Single-cell enzyme monitoring?
© BioMed Central Ltd 2004
Published: 10 August 2004
A new technique to rapidly detect enzyme activity published online August 8 in Nature Biotechnology is sensitive enough to identify reactions from as few as 500 molecules, according to researchers at the University of Strathclyde, Glasgow, who say their method could potentially detect multiple enzyme activities simultaneously and at levels found within single cells (Nat Biotechnol 2004, DOI:10.1038/nbt1003).
"We think we can probably apply the technology to most enzyme classes," researcher Barry Moore said of the method, which employs surface-enhanced resonance Raman scattering (SERRS). In SERRS, the target compound is adsorbed onto a roughened metal surface, producing an enhanced vibrational spectrum of the target, characterized by multiple sharp peaks, that serves as a fingerprint. The research team used a suspension of citrate-reduced silver particles roughly 40 nanometers in diameter as their metal surface.
The key to detecting enzyme activities at ultra-low levels is a newly devised class of substrates covered by a University of Strathclyde patent. Each consists of three components - an enzyme recognition site, a benzotriazole azo dye, and an enzyme-cleavable linker that stably joins the other components. When free, the dye has a strong penchant for adsorbing to silver nanoparticles by displacing their citrate surface layers, and when this happens it can generate an increase of up to 10 to 14 times in the SERRS signal intensity, enough that near single-molecule detection levels of such dyes are observed.
The substrates proved susceptible to hydrolysis by a wide range of hydrolases, including lipases, esterases, and proteases. In experiments, the substrates acted rapidly, screening for activity and enantioselectivity for 14 enzymes in less than 30 seconds. Extrapolating this productivity gives a potential throughput of roughly 100,000 enzymes per day per instrument, comparing favorably with other screening techniques, the investigators said.
"You can measure SERRS on any standard Raman spectrometer," researcher Duncan Graham said. He noted no high-throughput SERRS techniques are currently employed, although his group has suggested high-throughput SERRS techniques previously for genomics.
The technique detected 0.025 micrograms/milliliter of lipase from Pseudomonas cepacia after reaction for 10 minutes, corresponding to at most 0.8 picomoles of enzyme in the 1-milliliter sample volume. Given the microscope lens SERRS uses only interrogates a small portion of the sample, a conservative estimate puts the actual sample volume at picoliters, whereas more realistically it is closer to femtoliters, the researchers wrote in their report. This suggests they likely sampled reactions arising from only 500 or so molecules of enzyme at most, they add. "In the long term, you could think of measurements directly in vivo, where you would get the nanoparticles into the cells," Moore told us.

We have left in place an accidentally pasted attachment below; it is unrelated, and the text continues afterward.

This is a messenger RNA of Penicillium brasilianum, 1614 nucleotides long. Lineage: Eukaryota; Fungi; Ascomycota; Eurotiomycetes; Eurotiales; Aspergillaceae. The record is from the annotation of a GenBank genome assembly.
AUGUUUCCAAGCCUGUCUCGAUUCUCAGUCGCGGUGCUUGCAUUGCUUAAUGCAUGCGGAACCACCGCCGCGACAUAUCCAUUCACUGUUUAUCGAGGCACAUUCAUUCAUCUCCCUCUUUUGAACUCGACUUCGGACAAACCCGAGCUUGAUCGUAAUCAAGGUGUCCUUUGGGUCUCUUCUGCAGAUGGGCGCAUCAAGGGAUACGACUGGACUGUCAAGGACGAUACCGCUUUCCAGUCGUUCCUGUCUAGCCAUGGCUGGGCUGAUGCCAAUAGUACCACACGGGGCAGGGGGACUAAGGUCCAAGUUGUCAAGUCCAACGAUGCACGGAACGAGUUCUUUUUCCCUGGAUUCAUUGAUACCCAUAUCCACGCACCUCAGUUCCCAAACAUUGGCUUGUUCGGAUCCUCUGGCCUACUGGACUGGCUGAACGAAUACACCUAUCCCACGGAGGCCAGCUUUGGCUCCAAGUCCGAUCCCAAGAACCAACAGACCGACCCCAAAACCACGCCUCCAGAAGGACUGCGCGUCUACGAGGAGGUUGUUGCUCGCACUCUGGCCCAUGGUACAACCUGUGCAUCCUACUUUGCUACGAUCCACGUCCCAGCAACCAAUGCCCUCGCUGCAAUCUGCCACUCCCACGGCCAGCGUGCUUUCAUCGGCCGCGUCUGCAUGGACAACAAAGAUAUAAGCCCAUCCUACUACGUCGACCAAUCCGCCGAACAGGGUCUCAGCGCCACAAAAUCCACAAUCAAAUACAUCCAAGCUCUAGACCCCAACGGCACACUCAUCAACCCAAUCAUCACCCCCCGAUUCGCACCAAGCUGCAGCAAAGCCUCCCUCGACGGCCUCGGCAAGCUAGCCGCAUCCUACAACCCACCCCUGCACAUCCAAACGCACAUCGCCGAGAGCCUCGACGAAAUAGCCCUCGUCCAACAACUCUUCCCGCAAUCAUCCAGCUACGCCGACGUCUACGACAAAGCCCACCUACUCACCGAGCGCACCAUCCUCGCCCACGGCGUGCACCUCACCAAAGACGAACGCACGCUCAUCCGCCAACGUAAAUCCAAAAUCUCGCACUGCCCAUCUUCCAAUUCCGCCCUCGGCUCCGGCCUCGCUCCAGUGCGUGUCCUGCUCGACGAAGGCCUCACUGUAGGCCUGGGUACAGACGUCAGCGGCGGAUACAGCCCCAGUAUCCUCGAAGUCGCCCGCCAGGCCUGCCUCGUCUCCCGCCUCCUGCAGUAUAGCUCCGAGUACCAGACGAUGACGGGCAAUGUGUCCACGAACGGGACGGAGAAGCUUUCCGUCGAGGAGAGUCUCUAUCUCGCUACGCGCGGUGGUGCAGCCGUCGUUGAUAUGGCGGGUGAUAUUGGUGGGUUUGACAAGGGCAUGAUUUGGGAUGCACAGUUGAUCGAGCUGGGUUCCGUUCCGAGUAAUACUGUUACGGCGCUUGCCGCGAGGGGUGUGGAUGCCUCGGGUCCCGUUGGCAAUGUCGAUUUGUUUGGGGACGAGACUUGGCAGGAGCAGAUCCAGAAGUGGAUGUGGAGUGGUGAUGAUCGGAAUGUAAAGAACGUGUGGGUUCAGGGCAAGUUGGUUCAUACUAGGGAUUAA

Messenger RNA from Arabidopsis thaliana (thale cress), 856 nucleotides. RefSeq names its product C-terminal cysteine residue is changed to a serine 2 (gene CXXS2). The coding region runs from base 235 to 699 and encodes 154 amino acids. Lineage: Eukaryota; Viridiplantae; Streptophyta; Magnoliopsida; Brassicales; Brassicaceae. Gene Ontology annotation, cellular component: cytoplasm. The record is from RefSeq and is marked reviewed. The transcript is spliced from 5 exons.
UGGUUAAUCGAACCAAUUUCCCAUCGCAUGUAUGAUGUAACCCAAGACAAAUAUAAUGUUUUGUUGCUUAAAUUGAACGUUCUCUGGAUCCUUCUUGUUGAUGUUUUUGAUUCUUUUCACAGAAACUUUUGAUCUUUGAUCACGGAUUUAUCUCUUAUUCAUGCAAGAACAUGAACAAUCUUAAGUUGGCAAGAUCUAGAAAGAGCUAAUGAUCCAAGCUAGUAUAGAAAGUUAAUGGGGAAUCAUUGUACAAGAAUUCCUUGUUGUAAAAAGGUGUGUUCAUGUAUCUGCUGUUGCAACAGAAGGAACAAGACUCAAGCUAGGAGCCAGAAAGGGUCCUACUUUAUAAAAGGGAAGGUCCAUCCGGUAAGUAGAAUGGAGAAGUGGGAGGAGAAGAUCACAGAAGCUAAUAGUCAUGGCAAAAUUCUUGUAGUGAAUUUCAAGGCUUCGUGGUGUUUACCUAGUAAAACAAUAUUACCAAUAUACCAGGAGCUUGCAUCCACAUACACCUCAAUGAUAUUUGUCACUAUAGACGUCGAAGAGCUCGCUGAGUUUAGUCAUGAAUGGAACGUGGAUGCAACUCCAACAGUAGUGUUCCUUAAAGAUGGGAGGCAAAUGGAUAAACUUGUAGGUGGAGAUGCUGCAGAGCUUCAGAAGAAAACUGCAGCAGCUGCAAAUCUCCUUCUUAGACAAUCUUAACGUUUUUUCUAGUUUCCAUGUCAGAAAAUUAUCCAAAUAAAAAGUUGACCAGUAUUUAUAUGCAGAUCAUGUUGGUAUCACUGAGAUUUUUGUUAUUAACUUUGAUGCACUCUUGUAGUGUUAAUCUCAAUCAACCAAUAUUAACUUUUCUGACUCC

The investigators are currently synthesizing new substrates to monitor other major enzyme classes, such as phosphatases and p450s. They suggest the system could be optimized so that SERRS can be used to monitor single-enzyme kinetics, as has already been done with fluorescence. Also, so far, standard Raman optics have been used, but the authors note there is great scope for miniaturization. Graham noted his group was developing a microfluidics device to monitor enzyme selectivity and activity.
Because each dye produces a characteristic SERRS spectrum - akin to a fingerprint - that can easily be identified and quantified in a mixture, synthesizing substrates with different enzyme recognition sites coupled with different dyes could make it possible to monitor the action of multiple enzymes simultaneously, the investigators suggest. They note that it is very difficult to achieve by alternate techniques and is expected to provide a pathway to a wide range of new bioanalytical assays.
"One application of this technology is in the development of new diagnostic methods, such as in detecting specific enzyme biomarkers of disease states. For example, enzymes such as metalloproteinases are known to be involved in cancer initiation and progression," Moore said.
"It's ingenious work," said Chad Mirkinof Northwestern University in Evanston, Ill., who did not participate in this research. "It's a technique that's going to allow you to look at a variety of molecular biotechnology processes with high sensitivity with a technique that looks like it's fairly straightforward to implement.
But Mirkinsaid that calibration would be "one of the big issues with this."
"One of the main problems with SERRS is changing SERRS responses, since every surface is slightly different, with hot spots and cold spots, and calibration is often a difficult issue to deal with," Mirkin said.
- Nature Biotechnology, [http://www.nature.com/nbt/]
- Barry D. Moore, [http://www.chem.strath.ac.uk/people.php?id=cbas115]
- Raman spectroscopy, [http://en.wikipedia.org/wiki/Raman_spectroscopy]
- Duncan Graham, [http://homepages.strath.ac.uk/~bas96104/]
- Duncan Graham: Publications, [http://homepages.strath.ac.uk/~bas96104/publications.htm]
- First person: Chad Mirkin, The Scientist, 17:9, January 27, 2003., [http://www.the-scientist.com/yr2003/jan/upfront4_030127.html]
- Chad Mirkin, [http://www.chem.northwestern.edu/~mkngrp/]